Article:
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Remembering the Great War

It is not a very well known fact that Macedonia, although not a state at the time, took a great part, or rather, suffered a lot in World War One. One of the most stable front lines of the conflict passed through the whole territory of Macedonia. The front attracted great numbers of foreign troops who fought fierce battles resulting in epic destruction, diseases and death tolls among soldiers and the local people. The Thessaloniki (Solun) or Macedonian Front stretched from the Adriatic coast to the Struma River. The Allied forces (Britain, France, Greece and Serbia) were fighting against Bulgaria and smaller detachments of the armies of the Central Powers (Austro-Hungary and Germany). Bulgaria took over Macedonian territory from the falling Serbian state. From Ohrid to Bitola, then along the rivers Crna and Vardar, and around Dojran Lake heavy bombardment and severe man-to-man battles took place. The battles of Kajmakcalan, Krivolak, Kosturino and Dojran are notorious for the number of casualties and prolonged fighting. Peaks and hills were gained and lost several times during each battle. The front line was stable for a long time until it was broken by the Allied forces in 1918, which lead to the capitulation of Bulgaria and restitution of the Serbian state on Macedonian territory.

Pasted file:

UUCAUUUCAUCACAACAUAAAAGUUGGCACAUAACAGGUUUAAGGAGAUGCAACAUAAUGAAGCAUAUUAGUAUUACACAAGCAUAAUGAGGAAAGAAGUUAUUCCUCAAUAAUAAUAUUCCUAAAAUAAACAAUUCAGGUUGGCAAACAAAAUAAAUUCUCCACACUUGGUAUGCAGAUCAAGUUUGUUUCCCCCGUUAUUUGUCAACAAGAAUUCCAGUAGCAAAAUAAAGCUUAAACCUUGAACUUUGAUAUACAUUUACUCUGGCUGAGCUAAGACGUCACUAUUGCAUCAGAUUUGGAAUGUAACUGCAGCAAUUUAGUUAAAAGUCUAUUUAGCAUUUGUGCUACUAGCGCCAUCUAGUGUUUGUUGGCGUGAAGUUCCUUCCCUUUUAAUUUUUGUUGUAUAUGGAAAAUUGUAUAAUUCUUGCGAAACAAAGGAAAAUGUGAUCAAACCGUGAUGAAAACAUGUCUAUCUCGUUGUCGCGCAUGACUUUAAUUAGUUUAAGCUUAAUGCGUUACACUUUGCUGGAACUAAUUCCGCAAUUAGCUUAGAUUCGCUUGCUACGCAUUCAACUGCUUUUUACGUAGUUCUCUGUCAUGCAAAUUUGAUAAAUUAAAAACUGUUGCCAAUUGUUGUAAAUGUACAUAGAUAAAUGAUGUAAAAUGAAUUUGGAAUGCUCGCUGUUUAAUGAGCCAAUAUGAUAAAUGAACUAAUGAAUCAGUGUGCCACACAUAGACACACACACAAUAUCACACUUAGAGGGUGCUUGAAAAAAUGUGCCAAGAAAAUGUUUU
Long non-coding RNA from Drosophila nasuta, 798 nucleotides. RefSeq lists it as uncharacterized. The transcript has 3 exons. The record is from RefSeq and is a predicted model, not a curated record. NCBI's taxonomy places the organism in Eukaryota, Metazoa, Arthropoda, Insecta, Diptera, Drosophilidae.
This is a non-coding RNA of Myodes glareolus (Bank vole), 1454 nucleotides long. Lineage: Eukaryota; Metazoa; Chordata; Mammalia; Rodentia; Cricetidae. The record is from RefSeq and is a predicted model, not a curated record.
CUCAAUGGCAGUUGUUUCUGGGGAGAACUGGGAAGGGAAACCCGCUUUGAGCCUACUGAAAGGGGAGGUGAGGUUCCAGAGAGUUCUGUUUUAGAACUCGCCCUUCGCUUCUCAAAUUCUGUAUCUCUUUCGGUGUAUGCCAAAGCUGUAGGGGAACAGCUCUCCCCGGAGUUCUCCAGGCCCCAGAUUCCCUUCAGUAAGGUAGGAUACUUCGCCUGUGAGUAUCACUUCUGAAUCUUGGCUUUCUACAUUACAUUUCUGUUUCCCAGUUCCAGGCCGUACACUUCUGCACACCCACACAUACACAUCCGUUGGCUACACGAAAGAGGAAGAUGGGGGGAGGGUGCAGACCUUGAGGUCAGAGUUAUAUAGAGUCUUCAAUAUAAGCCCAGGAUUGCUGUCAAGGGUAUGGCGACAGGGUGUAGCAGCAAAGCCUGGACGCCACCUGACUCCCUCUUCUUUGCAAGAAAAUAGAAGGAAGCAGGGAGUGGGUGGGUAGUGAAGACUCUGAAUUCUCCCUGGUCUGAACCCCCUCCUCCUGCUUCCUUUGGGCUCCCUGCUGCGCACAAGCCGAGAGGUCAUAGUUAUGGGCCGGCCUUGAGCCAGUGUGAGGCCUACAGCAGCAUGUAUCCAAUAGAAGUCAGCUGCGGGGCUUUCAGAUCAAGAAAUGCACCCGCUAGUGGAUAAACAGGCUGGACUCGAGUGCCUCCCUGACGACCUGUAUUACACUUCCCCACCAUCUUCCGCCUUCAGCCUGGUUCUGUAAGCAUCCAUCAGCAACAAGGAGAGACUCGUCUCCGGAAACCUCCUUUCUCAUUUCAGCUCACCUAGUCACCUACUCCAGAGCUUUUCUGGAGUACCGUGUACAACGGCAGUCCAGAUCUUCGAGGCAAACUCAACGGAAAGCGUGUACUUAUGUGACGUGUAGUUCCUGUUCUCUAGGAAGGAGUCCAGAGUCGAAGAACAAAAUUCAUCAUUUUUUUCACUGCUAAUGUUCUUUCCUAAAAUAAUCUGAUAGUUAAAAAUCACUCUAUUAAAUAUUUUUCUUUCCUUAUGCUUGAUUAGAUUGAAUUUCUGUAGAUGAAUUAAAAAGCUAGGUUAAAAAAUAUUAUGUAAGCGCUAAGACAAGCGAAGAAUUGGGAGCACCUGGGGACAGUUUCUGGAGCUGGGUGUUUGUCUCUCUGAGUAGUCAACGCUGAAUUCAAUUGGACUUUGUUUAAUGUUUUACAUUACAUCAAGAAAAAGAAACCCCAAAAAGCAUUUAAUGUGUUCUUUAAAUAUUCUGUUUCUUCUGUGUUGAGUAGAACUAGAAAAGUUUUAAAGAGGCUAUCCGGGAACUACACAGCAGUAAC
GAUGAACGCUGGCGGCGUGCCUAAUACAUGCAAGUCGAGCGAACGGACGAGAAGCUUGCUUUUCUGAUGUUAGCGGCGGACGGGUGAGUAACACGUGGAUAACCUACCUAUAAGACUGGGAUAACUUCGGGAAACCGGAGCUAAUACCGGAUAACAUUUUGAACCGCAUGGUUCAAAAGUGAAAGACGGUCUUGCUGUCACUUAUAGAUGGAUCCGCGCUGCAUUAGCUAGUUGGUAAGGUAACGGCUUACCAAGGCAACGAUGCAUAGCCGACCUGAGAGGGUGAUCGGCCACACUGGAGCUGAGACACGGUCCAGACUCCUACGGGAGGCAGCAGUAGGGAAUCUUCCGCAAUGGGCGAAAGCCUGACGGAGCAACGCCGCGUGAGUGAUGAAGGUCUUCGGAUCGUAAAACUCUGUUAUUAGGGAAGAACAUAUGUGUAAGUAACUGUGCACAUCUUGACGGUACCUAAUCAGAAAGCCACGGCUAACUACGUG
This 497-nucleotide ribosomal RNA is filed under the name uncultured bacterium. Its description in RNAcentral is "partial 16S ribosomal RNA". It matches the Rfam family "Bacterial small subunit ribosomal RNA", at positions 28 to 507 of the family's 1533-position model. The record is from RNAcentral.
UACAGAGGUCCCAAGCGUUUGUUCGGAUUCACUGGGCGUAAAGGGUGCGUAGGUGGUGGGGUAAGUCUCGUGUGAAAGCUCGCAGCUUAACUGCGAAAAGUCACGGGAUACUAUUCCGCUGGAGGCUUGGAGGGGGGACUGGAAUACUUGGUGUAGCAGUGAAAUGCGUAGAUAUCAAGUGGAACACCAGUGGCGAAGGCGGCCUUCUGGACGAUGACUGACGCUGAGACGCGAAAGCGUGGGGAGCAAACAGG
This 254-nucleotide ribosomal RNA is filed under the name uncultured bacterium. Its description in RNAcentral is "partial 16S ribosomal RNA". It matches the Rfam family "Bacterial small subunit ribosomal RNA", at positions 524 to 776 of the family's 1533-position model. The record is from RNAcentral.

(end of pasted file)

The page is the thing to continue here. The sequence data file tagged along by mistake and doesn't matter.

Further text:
The war brought a great many new experiences to Macedonian peasants, who were not very mobile at that time. Encounters with new nations and races, strange love affairs, encounters with feminism, cross-national friendships, extreme suffering, poverty and hunger moved and inspired Macedonian writers such as Petre M. Andreevski, Ivan Capovski and Luan Starova. They wrote about brothers mobilized by rival armies at the front, brave female nurses, love affairs between soldiers and locals, the first encounters with Arab and African soldiers, unusual animals (camels), big guns etc. Read more …